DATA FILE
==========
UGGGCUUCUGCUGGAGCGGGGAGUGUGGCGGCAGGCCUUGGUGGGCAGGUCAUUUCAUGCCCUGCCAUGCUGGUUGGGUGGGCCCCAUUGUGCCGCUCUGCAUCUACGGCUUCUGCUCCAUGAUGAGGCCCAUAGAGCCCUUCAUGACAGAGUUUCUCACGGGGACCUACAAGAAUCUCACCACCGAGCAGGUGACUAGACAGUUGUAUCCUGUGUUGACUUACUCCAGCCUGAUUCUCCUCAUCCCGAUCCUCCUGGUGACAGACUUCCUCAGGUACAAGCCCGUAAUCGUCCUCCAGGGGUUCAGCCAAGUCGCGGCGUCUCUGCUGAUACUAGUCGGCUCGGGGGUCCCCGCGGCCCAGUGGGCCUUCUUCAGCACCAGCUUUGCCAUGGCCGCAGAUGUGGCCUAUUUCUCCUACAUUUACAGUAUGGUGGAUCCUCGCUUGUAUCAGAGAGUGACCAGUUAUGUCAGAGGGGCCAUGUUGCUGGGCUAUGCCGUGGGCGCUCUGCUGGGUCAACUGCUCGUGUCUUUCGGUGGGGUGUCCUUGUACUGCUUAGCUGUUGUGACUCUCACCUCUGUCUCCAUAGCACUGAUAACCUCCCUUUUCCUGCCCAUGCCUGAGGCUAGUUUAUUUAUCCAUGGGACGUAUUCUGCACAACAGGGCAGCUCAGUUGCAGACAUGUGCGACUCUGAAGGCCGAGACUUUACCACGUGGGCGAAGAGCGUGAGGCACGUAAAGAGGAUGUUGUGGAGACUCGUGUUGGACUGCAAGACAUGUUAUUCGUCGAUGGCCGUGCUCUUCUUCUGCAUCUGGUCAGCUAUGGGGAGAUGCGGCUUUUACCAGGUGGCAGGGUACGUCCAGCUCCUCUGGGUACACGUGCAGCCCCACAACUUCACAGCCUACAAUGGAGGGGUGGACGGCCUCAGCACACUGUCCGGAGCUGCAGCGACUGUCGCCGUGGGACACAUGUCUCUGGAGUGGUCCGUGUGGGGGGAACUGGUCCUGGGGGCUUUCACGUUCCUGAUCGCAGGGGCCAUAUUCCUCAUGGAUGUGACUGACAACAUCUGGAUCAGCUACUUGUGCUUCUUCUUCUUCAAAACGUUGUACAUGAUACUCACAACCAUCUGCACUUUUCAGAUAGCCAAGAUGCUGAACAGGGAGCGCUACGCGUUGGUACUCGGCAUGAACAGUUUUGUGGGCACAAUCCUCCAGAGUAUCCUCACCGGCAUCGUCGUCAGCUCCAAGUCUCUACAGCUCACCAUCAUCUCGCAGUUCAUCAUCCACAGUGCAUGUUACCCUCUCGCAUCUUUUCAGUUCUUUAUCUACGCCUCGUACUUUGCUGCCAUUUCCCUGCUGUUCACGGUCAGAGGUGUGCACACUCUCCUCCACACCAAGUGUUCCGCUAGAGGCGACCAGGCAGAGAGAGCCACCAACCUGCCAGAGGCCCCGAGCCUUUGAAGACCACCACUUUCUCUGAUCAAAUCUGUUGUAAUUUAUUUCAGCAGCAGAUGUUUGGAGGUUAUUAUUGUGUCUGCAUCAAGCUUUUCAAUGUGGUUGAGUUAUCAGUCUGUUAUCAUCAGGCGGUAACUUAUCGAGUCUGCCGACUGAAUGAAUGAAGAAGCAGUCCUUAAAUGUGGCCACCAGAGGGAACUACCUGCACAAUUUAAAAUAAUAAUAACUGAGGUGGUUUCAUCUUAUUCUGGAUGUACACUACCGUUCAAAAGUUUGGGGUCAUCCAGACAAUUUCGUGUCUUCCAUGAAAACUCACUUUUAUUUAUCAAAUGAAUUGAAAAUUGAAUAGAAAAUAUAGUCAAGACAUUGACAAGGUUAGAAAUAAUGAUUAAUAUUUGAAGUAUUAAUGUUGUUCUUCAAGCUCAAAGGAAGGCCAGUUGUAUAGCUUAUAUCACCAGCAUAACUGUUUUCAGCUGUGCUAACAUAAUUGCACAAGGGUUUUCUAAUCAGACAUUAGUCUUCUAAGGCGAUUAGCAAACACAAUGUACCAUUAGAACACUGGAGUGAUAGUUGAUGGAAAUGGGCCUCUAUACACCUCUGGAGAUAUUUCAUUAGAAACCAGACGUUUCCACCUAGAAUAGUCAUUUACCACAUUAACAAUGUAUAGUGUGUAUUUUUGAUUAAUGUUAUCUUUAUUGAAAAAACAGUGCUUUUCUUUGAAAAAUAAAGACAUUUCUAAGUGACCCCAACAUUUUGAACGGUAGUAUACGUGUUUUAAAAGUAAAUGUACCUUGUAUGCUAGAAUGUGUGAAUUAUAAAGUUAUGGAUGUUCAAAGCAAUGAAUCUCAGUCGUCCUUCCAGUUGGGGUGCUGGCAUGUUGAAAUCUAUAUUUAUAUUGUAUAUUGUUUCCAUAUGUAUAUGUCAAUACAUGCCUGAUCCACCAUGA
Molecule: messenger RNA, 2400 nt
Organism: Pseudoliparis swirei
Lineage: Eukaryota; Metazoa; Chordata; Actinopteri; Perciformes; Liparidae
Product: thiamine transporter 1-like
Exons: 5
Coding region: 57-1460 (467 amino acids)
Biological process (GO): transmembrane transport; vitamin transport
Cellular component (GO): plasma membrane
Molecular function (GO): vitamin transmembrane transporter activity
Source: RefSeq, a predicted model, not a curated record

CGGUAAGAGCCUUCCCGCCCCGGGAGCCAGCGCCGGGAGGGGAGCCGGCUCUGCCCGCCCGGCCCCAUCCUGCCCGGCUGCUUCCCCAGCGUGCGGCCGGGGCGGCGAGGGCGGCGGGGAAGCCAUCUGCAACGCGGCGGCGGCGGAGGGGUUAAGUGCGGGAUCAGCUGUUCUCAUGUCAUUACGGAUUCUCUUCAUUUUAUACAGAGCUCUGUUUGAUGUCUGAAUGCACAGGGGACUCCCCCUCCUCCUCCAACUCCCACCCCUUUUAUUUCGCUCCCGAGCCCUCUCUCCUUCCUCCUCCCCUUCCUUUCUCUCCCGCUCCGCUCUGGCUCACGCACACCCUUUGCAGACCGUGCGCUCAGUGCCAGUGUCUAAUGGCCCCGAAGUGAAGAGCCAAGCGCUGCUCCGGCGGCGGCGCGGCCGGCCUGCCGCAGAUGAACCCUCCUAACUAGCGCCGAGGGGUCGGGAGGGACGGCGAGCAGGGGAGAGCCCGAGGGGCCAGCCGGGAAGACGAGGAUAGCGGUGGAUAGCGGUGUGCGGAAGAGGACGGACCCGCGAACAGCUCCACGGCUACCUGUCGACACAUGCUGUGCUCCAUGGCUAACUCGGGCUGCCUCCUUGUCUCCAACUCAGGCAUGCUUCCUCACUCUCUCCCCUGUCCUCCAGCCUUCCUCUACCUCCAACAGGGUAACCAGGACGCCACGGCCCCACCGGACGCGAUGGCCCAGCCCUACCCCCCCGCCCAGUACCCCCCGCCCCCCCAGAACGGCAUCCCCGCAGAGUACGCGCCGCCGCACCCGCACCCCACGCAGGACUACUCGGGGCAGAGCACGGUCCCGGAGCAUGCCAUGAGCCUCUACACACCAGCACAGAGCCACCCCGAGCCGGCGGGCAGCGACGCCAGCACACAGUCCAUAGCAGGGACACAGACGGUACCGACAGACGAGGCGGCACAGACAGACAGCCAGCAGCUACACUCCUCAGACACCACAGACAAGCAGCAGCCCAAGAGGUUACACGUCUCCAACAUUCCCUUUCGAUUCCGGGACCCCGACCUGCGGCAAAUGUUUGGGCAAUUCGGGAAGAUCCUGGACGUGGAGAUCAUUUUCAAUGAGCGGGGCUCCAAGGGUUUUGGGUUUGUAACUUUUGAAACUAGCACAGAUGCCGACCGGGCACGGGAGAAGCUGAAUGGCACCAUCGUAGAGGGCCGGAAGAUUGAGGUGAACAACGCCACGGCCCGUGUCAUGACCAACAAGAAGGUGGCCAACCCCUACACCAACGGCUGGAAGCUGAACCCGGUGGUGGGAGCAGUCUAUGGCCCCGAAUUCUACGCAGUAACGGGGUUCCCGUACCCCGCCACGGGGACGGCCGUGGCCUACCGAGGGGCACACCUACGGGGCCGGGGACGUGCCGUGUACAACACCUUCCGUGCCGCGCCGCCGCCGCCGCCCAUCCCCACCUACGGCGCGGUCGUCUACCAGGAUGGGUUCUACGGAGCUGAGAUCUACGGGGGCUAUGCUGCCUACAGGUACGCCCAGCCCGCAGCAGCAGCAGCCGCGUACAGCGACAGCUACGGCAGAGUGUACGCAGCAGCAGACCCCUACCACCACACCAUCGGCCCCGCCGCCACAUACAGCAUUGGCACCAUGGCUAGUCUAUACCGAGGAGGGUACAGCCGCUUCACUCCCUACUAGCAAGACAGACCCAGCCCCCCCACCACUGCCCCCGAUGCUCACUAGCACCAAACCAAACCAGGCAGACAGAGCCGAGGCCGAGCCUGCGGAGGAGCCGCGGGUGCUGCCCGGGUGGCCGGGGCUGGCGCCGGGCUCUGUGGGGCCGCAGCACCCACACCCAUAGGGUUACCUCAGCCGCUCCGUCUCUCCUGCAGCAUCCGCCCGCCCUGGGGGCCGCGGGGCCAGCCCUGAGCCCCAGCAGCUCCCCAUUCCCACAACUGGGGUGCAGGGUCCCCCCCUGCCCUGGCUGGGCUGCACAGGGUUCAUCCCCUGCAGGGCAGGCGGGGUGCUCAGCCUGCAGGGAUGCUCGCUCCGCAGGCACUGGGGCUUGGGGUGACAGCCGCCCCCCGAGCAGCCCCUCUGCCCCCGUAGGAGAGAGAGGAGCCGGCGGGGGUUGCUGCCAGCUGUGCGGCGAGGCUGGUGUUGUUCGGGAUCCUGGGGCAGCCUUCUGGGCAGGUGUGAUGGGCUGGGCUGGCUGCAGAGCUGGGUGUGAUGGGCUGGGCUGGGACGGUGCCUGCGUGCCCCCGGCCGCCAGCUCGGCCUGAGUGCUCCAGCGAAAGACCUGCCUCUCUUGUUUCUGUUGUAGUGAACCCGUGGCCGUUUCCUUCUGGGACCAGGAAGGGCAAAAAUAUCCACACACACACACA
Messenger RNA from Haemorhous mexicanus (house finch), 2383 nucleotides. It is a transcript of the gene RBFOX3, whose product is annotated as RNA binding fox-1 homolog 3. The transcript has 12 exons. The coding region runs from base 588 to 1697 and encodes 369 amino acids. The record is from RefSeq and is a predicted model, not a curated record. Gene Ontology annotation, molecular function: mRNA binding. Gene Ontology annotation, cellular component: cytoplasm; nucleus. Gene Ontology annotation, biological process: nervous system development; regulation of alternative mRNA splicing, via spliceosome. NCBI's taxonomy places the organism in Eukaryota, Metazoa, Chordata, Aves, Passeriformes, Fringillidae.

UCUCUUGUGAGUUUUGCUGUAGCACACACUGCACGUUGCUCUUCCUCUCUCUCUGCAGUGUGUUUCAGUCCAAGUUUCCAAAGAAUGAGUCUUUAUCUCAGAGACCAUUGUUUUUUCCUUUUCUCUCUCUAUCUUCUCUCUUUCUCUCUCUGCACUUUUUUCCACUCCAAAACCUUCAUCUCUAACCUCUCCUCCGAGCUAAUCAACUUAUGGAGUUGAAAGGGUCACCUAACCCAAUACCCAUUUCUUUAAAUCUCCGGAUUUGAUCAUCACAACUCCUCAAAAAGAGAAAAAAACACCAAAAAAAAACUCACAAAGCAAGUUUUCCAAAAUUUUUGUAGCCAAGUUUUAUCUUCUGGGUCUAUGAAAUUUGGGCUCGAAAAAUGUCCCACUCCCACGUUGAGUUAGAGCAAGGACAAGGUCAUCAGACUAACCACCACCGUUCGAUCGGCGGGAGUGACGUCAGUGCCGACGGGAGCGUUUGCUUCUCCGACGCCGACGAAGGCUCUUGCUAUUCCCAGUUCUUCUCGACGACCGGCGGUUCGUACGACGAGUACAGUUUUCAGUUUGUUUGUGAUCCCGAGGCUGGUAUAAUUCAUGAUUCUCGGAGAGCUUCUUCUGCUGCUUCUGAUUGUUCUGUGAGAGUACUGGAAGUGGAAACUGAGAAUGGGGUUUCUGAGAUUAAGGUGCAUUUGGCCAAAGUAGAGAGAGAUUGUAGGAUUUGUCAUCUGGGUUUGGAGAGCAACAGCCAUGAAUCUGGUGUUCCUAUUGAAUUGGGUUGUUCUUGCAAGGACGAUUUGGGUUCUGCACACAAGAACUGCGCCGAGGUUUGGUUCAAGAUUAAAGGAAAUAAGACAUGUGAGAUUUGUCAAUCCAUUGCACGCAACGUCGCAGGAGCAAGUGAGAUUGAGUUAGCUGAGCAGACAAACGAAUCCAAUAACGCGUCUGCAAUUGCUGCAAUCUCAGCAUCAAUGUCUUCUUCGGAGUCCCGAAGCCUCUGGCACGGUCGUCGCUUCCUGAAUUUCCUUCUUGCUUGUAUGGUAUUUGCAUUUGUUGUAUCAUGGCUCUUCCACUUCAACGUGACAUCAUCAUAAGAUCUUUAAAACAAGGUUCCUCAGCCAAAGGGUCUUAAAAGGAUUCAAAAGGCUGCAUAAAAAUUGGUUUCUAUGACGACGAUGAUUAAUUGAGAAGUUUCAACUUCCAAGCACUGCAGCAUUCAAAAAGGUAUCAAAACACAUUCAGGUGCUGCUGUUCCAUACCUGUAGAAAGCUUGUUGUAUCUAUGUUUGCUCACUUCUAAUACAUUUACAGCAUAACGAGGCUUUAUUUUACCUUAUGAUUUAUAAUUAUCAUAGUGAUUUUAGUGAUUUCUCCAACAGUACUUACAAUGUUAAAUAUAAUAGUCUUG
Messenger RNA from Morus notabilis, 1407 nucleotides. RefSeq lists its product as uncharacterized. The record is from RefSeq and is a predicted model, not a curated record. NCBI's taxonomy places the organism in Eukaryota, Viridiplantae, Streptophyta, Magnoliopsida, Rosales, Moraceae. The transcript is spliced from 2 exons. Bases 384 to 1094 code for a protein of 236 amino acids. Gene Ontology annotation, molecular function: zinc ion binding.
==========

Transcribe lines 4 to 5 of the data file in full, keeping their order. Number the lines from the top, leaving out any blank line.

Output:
Lineage: Eukaryota; Metazoa; Chordata; Actinopteri; Perciformes; Liparidae
Product: thiamine transporter 1-like